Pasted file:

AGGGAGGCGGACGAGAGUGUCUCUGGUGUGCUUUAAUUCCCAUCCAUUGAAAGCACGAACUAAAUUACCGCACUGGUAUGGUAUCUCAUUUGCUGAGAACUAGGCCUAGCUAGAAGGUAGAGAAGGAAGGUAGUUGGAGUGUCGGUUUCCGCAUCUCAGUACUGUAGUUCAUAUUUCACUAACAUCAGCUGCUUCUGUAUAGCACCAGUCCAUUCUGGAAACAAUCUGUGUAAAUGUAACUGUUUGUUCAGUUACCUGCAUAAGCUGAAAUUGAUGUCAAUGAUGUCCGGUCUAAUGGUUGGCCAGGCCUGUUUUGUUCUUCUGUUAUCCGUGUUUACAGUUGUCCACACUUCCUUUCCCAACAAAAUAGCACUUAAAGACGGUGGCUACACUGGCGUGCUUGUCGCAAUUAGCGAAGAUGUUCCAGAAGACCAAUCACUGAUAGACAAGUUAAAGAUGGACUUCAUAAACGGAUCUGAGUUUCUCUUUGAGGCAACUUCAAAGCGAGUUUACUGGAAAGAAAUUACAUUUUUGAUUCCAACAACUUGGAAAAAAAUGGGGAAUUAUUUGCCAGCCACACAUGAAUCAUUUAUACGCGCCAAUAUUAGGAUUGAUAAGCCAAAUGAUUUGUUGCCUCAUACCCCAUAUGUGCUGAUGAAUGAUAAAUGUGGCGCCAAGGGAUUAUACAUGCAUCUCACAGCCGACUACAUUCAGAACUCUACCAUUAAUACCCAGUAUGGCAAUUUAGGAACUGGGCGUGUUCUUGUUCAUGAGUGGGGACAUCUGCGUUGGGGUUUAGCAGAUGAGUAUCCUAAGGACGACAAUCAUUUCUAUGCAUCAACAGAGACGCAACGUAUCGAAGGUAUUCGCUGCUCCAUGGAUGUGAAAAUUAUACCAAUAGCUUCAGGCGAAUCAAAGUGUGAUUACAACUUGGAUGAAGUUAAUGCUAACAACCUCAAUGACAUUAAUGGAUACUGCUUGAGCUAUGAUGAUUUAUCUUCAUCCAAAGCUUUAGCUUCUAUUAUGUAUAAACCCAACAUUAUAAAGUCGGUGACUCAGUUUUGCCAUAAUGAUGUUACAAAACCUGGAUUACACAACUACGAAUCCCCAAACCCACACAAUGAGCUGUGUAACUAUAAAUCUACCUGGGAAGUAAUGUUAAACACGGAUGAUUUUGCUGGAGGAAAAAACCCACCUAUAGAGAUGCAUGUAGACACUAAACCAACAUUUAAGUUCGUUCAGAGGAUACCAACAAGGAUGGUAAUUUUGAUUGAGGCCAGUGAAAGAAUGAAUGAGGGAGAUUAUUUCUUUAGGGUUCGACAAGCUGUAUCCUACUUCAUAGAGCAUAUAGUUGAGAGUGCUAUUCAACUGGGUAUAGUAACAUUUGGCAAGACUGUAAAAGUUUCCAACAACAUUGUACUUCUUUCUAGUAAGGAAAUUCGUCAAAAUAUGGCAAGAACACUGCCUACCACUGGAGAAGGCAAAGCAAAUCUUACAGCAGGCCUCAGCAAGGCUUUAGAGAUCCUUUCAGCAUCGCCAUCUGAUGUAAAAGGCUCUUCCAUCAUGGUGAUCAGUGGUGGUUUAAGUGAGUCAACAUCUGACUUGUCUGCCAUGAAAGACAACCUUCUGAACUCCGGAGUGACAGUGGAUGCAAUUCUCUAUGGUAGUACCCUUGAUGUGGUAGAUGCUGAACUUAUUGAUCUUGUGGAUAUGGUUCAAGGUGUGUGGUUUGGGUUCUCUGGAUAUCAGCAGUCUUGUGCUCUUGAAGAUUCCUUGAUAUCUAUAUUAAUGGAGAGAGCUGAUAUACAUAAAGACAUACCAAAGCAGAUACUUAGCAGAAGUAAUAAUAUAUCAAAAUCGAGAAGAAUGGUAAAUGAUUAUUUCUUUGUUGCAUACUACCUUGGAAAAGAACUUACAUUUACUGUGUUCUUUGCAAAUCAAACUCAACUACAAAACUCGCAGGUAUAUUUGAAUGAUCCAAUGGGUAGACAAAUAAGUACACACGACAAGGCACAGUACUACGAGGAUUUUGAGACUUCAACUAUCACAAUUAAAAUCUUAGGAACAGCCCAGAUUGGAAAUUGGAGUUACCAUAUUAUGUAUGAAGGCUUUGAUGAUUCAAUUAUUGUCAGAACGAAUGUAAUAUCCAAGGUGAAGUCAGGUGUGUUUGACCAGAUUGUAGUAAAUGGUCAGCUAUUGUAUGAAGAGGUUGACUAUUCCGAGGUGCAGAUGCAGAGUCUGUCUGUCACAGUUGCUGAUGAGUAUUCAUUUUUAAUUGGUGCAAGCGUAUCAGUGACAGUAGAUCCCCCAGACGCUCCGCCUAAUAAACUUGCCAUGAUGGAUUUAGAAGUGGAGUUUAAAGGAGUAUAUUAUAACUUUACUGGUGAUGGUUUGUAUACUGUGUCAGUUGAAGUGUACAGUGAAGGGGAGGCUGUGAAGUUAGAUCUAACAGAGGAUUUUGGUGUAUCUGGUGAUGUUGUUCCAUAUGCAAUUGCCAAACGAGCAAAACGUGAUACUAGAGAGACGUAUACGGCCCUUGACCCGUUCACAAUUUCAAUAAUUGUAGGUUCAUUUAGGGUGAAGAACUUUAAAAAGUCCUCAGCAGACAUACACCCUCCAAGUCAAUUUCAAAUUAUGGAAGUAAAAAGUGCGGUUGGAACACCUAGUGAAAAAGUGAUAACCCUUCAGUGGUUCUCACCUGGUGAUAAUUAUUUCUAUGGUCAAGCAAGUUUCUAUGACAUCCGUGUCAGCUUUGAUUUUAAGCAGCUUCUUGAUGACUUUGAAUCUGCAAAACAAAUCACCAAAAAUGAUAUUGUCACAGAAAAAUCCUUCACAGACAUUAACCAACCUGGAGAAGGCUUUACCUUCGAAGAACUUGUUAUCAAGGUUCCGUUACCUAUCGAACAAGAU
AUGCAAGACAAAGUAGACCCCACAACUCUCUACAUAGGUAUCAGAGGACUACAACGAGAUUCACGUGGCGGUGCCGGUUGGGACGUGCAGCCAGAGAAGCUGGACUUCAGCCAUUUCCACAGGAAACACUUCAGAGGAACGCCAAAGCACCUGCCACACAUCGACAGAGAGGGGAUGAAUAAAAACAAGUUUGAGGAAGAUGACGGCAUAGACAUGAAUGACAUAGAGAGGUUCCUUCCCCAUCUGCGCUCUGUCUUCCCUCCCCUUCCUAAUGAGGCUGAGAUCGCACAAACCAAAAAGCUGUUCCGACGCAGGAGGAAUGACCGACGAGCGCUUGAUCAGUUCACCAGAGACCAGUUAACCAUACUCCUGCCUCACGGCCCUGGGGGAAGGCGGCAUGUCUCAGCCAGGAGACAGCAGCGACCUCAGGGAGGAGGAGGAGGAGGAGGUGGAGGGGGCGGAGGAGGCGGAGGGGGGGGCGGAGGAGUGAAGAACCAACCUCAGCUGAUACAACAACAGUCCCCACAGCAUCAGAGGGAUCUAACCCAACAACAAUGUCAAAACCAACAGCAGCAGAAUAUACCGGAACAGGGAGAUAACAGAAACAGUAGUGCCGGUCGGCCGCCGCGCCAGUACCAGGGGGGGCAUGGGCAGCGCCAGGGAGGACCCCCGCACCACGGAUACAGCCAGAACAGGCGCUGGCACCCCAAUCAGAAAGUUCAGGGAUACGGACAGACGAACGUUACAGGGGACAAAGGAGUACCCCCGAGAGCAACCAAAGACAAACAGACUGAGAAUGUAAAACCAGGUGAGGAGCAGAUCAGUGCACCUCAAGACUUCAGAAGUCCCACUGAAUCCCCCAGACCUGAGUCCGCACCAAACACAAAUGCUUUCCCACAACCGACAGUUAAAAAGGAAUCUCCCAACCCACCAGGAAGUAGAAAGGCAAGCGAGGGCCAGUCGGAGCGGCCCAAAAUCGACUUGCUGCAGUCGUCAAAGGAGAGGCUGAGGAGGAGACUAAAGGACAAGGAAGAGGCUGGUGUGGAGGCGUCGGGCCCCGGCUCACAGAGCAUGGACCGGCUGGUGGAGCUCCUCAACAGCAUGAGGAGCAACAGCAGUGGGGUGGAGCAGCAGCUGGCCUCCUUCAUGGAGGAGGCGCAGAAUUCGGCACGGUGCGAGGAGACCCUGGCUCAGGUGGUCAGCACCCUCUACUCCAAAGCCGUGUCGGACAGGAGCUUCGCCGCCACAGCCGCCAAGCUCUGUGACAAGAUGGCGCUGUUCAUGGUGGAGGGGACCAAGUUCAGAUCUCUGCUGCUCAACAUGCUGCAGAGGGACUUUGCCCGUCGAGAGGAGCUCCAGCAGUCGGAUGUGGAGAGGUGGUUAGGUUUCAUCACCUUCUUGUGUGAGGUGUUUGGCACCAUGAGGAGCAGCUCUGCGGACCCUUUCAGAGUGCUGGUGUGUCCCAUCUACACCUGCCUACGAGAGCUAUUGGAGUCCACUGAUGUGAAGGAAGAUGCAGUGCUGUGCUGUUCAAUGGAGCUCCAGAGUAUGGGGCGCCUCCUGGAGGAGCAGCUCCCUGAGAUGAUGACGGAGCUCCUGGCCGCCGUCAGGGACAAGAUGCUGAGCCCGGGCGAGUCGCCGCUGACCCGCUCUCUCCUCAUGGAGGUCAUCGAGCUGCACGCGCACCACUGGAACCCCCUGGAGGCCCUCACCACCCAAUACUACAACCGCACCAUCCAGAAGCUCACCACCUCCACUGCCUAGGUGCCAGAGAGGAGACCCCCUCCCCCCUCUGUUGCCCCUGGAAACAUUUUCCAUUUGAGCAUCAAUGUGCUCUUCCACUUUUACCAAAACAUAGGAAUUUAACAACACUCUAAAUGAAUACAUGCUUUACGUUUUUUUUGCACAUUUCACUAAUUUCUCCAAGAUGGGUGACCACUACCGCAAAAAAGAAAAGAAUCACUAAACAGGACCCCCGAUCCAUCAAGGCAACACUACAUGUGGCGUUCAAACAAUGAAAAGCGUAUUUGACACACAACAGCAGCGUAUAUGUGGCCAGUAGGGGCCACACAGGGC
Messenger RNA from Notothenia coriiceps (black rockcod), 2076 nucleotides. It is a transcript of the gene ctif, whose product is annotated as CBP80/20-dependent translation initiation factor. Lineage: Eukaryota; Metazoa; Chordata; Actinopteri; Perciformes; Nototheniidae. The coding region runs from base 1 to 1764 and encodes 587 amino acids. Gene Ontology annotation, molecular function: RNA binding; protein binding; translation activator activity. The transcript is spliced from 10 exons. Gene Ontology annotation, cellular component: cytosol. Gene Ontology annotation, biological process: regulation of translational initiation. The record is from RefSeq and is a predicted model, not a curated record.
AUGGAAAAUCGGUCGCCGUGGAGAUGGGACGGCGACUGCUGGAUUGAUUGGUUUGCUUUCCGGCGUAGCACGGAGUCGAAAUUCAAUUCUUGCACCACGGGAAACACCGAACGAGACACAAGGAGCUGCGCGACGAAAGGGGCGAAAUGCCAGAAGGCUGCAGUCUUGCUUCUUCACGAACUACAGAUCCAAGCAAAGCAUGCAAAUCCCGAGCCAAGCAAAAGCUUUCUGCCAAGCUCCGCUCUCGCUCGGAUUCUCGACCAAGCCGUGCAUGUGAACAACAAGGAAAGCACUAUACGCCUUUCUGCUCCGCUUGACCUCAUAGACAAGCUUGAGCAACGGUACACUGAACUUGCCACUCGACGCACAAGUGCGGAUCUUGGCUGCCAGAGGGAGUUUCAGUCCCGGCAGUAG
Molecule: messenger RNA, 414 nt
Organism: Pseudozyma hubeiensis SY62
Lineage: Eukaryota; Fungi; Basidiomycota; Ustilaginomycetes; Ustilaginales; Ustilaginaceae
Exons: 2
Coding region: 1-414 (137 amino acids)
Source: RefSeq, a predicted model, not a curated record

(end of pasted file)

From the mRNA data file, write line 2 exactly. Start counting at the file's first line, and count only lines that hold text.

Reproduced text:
AUGCAAGACAAAGUAGACCCCACAACUCUCUACAUAGGUAUCAGAGGACUACAACGAGAUUCACGUGGCGGUGCCGGUUGGGACGUGCAGCCAGAGAAGCUGGACUUCAGCCAUUUCCACAGGAAACACUUCAGAGGAACGCCAAAGCACCUGCCACACAUCGACAGAGAGGGGAUGAAUAAAAACAAGUUUGAGGAAGAUGACGGCAUAGACAUGAAUGACAUAGAGAGGUUCCUUCCCCAUCUGCGCUCUGUCUUCCCUCCCCUUCCUAAUGAGGCUGAGAUCGCACAAACCAAAAAGCUGUUCCGACGCAGGAGGAAUGACCGACGAGCGCUUGAUCAGUUCACCAGAGACCAGUUAACCAUACUCCUGCCUCACGGCCCUGGGGGAAGGCGGCAUGUCUCAGCCAGGAGACAGCAGCGACCUCAGGGAGGAGGAGGAGGAGGAGGUGGAGGGGGCGGAGGAGGCGGAGGGGGGGGCGGAGGAGUGAAGAACCAACCUCAGCUGAUACAACAACAGUCCCCACAGCAUCAGAGGGAUCUAACCCAACAACAAUGUCAAAACCAACAGCAGCAGAAUAUACCGGAACAGGGAGAUAACAGAAACAGUAGUGCCGGUCGGCCGCCGCGCCAGUACCAGGGGGGGCAUGGGCAGCGCCAGGGAGGACCCCCGCACCACGGAUACAGCCAGAACAGGCGCUGGCACCCCAAUCAGAAAGUUCAGGGAUACGGACAGACGAACGUUACAGGGGACAAAGGAGUACCCCCGAGAGCAACCAAAGACAAACAGACUGAGAAUGUAAAACCAGGUGAGGAGCAGAUCAGUGCACCUCAAGACUUCAGAAGUCCCACUGAAUCCCCCAGACCUGAGUCCGCACCAAACACAAAUGCUUUCCCACAACCGACAGUUAAAAAGGAAUCUCCCAACCCACCAGGAAGUAGAAAGGCAAGCGAGGGCCAGUCGGAGCGGCCCAAAAUCGACUUGCUGCAGUCGUCAAAGGAGAGGCUGAGGAGGAGACUAAAGGACAAGGAAGAGGCUGGUGUGGAGGCGUCGGGCCCCGGCUCACAGAGCAUGGACCGGCUGGUGGAGCUCCUCAACAGCAUGAGGAGCAACAGCAGUGGGGUGGAGCAGCAGCUGGCCUCCUUCAUGGAGGAGGCGCAGAAUUCGGCACGGUGCGAGGAGACCCUGGCUCAGGUGGUCAGCACCCUCUACUCCAAAGCCGUGUCGGACAGGAGCUUCGCCGCCACAGCCGCCAAGCUCUGUGACAAGAUGGCGCUGUUCAUGGUGGAGGGGACCAAGUUCAGAUCUCUGCUGCUCAACAUGCUGCAGAGGGACUUUGCCCGUCGAGAGGAGCUCCAGCAGUCGGAUGUGGAGAGGUGGUUAGGUUUCAUCACCUUCUUGUGUGAGGUGUUUGGCACCAUGAGGAGCAGCUCUGCGGACCCUUUCAGAGUGCUGGUGUGUCCCAUCUACACCUGCCUACGAGAGCUAUUGGAGUCCACUGAUGUGAAGGAAGAUGCAGUGCUGUGCUGUUCAAUGGAGCUCCAGAGUAUGGGGCGCCUCCUGGAGGAGCAGCUCCCUGAGAUGAUGACGGAGCUCCUGGCCGCCGUCAGGGACAAGAUGCUGAGCCCGGGCGAGUCGCCGCUGACCCGCUCUCUCCUCAUGGAGGUCAUCGAGCUGCACGCGCACCACUGGAACCCCCUGGAGGCCCUCACCACCCAAUACUACAACCGCACCAUCCAGAAGCUCACCACCUCCACUGCCUAGGUGCCAGAGAGGAGACCCCCUCCCCCCUCUGUUGCCCCUGGAAACAUUUUCCAUUUGAGCAUCAAUGUGCUCUUCCACUUUUACCAAAACAUAGGAAUUUAACAACACUCUAAAUGAAUACAUGCUUUACGUUUUUUUUGCACAUUUCACUAAUUUCUCCAAGAUGGGUGACCACUACCGCAAAAAAGAAAAGAAUCACUAAACAGGACCCCCGAUCCAUCAAGGCAACACUACAUGUGGCGUUCAAACAAUGAAAAGCGUAUUUGACACACAACAGCAGCGUAUAUGUGGCCAGUAGGGGCCACACAGGGC